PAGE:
• demonstrates your commitment to the customer experience
• resolves individual problems
• gives you greater insight into the issues that drag down your customer loyalty


How fast you respond, who follows up and even the means of contacting the customer can depend on the type of feedback received, as well as characteristics of the customer or account. Often, simply hearing that feedback was received improves a customer’s perception of your company. Use follow-up calls to learn more about customer issues. This can help you pinpoint the root causes of recurring problems so you can fix them at the source.
Richard Burns at NICE

5) Boost Morale in the Workplace


Without an emotional investment in their work, most employees are going to have a difficult time maintaining exemplary service, which can cause your NPS to slip. Allow the team to review themselves alongside their superiors. This demonstrates that the individual’s opinion is valued and their development matters, as well as allowing senior employees to build a rapport with their teams. Utilize reward programs like ‘employee of the month’ or competitions that encourage excellent NPS. Pride in good performance is always an incentive to raise or maintain standards of work. These schemes provide continued encouragement for advisors to provide the best service they can, which in turn goes towards raising your NPS.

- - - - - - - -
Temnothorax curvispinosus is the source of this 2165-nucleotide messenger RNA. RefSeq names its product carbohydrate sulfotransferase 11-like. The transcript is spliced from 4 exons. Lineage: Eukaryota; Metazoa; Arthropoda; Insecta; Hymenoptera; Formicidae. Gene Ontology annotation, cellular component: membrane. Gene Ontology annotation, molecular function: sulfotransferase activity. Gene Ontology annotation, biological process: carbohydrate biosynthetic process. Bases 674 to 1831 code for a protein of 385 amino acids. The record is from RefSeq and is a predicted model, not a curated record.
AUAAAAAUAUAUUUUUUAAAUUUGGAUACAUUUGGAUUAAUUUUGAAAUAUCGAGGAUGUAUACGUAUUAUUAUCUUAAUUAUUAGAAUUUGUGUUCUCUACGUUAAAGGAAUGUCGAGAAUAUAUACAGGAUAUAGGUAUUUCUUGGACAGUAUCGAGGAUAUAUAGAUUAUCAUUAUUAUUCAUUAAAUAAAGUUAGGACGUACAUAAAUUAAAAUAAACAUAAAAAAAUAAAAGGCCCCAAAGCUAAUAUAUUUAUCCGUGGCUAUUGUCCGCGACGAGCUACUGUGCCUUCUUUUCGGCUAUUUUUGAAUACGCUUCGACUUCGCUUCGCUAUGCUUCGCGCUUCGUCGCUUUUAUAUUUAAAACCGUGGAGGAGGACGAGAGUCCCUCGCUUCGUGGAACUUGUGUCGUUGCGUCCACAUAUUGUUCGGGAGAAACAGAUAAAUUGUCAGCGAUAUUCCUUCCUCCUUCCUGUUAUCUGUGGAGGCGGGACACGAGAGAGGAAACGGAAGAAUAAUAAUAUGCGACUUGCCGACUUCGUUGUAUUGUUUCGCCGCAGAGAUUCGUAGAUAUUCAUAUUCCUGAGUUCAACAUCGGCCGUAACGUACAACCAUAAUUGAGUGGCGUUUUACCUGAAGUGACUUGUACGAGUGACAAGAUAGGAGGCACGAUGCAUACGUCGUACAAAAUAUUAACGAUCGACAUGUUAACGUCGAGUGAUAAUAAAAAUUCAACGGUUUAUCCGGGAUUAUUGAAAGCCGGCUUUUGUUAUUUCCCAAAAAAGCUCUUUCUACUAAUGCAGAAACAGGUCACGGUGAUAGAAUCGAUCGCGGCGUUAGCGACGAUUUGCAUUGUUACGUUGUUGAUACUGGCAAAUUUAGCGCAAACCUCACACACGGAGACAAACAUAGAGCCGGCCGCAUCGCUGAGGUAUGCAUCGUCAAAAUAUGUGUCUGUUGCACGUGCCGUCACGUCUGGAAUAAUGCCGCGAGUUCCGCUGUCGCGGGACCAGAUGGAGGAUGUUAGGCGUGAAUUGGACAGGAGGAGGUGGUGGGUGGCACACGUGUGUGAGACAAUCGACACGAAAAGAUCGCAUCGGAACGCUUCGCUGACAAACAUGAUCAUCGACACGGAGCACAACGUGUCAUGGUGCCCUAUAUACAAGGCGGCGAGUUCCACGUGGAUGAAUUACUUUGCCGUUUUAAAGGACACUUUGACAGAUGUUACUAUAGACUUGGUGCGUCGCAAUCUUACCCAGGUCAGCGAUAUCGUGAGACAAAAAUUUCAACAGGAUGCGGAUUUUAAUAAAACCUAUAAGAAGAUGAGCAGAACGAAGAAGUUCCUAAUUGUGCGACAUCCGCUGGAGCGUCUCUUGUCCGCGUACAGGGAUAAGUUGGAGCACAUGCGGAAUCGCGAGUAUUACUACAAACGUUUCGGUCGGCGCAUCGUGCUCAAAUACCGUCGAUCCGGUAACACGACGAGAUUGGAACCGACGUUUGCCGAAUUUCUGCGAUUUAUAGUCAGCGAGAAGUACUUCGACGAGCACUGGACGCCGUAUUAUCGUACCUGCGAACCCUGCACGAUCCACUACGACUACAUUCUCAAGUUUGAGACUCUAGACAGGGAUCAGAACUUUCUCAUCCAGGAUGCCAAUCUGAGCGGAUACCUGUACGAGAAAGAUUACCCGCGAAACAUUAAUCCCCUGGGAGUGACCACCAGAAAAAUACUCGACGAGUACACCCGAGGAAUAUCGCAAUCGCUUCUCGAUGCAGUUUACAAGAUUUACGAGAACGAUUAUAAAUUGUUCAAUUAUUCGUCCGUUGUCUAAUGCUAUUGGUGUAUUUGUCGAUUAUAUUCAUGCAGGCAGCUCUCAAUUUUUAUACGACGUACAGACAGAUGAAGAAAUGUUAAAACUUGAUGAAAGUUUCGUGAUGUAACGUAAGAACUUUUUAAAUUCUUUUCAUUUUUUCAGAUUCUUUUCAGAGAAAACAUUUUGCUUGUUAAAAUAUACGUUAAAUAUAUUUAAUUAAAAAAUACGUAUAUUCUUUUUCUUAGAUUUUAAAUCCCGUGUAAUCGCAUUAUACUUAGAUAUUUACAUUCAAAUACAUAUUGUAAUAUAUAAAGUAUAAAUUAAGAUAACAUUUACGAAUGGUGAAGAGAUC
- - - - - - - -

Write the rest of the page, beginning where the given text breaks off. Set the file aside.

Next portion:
Enda Kenneally at West Unified Communications

6) Make Exceeding Customer Expectations the Primary Goal


Rather than focus on the NPS itself, make exceeding customer expectations part of your call center’s goal. To do this, you need to look at the NPS as something that measures the difference between the expectations a customer has and the experience they receive.